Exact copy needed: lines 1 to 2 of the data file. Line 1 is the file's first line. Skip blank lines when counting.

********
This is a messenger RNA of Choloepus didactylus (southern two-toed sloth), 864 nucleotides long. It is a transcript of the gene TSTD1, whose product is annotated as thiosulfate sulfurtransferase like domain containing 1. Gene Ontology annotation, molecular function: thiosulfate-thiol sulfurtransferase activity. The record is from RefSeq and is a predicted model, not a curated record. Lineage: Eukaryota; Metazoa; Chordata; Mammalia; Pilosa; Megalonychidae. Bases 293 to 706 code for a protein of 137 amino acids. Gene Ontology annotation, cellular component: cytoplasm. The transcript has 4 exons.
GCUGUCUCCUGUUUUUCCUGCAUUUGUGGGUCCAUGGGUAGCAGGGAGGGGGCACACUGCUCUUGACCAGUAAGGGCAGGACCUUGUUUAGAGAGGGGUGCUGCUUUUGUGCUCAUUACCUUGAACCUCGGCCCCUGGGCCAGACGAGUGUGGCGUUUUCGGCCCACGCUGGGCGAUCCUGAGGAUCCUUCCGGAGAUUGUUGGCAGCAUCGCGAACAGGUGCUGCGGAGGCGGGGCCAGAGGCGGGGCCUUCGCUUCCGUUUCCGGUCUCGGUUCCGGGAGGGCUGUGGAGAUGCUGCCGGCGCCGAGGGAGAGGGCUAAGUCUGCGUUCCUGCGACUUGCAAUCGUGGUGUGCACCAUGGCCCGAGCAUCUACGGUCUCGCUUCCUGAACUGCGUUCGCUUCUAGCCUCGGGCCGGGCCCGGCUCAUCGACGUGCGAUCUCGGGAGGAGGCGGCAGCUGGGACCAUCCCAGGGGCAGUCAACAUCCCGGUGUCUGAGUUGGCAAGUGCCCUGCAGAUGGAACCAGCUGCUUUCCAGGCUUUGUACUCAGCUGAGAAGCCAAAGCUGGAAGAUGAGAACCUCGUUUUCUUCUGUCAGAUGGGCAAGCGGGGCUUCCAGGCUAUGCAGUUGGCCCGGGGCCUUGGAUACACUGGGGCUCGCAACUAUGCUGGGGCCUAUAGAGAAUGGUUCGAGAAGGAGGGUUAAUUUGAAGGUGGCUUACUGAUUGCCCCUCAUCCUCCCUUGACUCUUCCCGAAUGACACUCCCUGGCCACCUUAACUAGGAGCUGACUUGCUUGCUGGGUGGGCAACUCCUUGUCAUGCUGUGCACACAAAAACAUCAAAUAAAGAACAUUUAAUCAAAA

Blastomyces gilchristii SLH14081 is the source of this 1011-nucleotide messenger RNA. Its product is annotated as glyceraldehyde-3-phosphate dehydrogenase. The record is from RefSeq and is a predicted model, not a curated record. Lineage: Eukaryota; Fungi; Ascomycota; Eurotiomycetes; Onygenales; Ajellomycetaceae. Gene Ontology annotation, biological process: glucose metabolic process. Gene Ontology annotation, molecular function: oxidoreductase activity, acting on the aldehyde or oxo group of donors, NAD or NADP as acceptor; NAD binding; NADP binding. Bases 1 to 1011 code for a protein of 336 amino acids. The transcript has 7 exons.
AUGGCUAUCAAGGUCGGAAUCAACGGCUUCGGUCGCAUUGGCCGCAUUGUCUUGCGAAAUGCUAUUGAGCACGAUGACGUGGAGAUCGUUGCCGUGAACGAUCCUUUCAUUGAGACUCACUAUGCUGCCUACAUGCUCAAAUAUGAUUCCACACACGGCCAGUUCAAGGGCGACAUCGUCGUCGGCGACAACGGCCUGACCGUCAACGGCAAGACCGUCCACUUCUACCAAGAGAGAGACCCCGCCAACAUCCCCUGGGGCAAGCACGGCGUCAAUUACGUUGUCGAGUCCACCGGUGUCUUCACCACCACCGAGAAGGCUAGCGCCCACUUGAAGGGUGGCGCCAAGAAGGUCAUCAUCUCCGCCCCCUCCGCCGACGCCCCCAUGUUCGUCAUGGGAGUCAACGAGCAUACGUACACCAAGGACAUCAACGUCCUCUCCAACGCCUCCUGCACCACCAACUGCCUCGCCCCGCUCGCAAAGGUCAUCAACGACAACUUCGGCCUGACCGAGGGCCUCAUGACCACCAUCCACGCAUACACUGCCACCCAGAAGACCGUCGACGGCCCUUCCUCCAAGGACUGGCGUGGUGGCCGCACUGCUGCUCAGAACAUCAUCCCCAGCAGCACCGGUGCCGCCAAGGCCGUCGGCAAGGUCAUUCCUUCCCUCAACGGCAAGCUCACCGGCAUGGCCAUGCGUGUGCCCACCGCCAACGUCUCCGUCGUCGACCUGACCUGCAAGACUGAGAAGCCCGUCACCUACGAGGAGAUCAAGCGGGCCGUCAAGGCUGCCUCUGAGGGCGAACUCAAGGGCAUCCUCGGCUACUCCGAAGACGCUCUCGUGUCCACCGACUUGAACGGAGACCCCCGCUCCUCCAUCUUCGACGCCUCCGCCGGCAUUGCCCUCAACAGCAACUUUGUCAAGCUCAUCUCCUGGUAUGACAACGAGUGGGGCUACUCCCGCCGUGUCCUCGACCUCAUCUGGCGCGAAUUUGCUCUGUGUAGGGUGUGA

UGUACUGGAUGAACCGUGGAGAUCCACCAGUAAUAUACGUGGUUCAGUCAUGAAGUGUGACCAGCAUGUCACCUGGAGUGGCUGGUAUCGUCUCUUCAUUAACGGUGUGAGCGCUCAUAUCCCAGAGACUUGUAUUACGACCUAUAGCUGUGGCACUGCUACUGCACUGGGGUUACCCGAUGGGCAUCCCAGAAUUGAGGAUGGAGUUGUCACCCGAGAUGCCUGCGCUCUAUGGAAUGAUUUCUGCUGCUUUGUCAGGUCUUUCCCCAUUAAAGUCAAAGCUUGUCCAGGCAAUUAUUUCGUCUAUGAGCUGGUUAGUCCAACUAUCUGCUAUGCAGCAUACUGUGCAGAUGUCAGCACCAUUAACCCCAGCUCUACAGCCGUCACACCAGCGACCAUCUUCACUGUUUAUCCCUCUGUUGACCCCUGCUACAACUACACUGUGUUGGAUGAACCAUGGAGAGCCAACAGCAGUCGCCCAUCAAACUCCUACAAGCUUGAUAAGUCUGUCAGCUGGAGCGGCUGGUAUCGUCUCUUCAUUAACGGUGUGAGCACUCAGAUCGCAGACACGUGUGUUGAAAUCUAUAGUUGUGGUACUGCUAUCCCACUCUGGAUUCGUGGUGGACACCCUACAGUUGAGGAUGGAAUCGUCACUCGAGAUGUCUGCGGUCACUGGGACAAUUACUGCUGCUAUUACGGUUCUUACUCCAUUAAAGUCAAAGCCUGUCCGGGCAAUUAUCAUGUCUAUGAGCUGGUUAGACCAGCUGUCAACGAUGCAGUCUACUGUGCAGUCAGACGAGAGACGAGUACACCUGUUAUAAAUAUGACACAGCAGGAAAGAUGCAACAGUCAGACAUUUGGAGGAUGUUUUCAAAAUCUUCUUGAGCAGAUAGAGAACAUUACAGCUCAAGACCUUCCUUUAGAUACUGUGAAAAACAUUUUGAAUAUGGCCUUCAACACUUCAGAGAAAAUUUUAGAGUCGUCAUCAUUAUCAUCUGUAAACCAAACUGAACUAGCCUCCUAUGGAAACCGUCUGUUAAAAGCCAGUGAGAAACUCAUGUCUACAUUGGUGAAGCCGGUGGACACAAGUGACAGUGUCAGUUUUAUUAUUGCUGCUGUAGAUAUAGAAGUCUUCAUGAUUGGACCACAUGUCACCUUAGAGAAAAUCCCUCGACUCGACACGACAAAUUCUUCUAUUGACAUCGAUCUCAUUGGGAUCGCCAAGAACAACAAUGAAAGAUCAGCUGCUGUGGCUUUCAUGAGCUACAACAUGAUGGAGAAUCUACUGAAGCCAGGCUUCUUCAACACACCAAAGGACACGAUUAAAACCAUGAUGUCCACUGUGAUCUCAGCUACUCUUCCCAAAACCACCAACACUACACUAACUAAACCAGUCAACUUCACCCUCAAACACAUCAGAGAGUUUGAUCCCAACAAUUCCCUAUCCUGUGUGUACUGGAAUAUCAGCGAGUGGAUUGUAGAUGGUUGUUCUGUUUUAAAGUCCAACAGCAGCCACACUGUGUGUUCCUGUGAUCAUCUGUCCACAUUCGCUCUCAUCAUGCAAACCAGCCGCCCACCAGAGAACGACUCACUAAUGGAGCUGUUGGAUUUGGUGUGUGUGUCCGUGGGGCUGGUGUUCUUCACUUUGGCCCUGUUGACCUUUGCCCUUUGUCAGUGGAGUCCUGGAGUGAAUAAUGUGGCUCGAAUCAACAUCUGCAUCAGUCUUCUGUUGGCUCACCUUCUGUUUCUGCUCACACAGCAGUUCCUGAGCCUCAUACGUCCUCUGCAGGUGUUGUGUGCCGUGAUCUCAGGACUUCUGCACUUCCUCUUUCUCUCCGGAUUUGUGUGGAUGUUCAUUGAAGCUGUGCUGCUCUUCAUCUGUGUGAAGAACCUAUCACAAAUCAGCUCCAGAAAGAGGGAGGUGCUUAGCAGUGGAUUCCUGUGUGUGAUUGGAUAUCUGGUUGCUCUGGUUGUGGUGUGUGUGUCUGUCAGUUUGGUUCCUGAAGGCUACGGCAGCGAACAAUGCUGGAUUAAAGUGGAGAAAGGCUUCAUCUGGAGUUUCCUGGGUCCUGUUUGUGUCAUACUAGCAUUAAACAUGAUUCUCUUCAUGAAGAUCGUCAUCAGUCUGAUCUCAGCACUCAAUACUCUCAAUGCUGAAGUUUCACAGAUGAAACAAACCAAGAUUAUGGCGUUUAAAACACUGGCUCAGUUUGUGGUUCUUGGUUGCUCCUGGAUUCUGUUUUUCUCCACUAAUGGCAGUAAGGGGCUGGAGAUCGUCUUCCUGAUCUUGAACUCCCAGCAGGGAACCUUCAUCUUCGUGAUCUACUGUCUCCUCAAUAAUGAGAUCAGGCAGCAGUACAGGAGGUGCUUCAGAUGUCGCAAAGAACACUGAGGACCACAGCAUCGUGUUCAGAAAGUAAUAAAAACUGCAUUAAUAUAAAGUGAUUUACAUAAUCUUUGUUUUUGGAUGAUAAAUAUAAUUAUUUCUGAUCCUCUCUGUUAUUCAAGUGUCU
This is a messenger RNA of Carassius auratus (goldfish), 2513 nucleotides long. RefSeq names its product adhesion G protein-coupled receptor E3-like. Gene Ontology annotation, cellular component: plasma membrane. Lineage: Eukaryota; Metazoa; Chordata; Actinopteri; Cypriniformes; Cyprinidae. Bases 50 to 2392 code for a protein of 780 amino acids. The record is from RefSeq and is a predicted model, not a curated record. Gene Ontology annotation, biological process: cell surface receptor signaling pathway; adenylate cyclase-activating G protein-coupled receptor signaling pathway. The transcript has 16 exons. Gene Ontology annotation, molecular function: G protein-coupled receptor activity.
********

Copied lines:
This is a messenger RNA of Choloepus didactylus (southern two-toed sloth), 864 nucleotides long. It is a transcript of the gene TSTD1, whose product is annotated as thiosulfate sulfurtransferase like domain containing 1. Gene Ontology annotation, molecular function: thiosulfate-thiol sulfurtransferase activity. The record is from RefSeq and is a predicted model, not a curated record. Lineage: Eukaryota; Metazoa; Chordata; Mammalia; Pilosa; Megalonychidae. Bases 293 to 706 code for a protein of 137 amino acids. Gene Ontology annotation, cellular component: cytoplasm. The transcript has 4 exons.
GCUGUCUCCUGUUUUUCCUGCAUUUGUGGGUCCAUGGGUAGCAGGGAGGGGGCACACUGCUCUUGACCAGUAAGGGCAGGACCUUGUUUAGAGAGGGGUGCUGCUUUUGUGCUCAUUACCUUGAACCUCGGCCCCUGGGCCAGACGAGUGUGGCGUUUUCGGCCCACGCUGGGCGAUCCUGAGGAUCCUUCCGGAGAUUGUUGGCAGCAUCGCGAACAGGUGCUGCGGAGGCGGGGCCAGAGGCGGGGCCUUCGCUUCCGUUUCCGGUCUCGGUUCCGGGAGGGCUGUGGAGAUGCUGCCGGCGCCGAGGGAGAGGGCUAAGUCUGCGUUCCUGCGACUUGCAAUCGUGGUGUGCACCAUGGCCCGAGCAUCUACGGUCUCGCUUCCUGAACUGCGUUCGCUUCUAGCCUCGGGCCGGGCCCGGCUCAUCGACGUGCGAUCUCGGGAGGAGGCGGCAGCUGGGACCAUCCCAGGGGCAGUCAACAUCCCGGUGUCUGAGUUGGCAAGUGCCCUGCAGAUGGAACCAGCUGCUUUCCAGGCUUUGUACUCAGCUGAGAAGCCAAAGCUGGAAGAUGAGAACCUCGUUUUCUUCUGUCAGAUGGGCAAGCGGGGCUUCCAGGCUAUGCAGUUGGCCCGGGGCCUUGGAUACACUGGGGCUCGCAACUAUGCUGGGGCCUAUAGAGAAUGGUUCGAGAAGGAGGGUUAAUUUGAAGGUGGCUUACUGAUUGCCCCUCAUCCUCCCUUGACUCUUCCCGAAUGACACUCCCUGGCCACCUUAACUAGGAGCUGACUUGCUUGCUGGGUGGGCAACUCCUUGUCAUGCUGUGCACACAAAAACAUCAAAUAAAGAACAUUUAAUCAAAA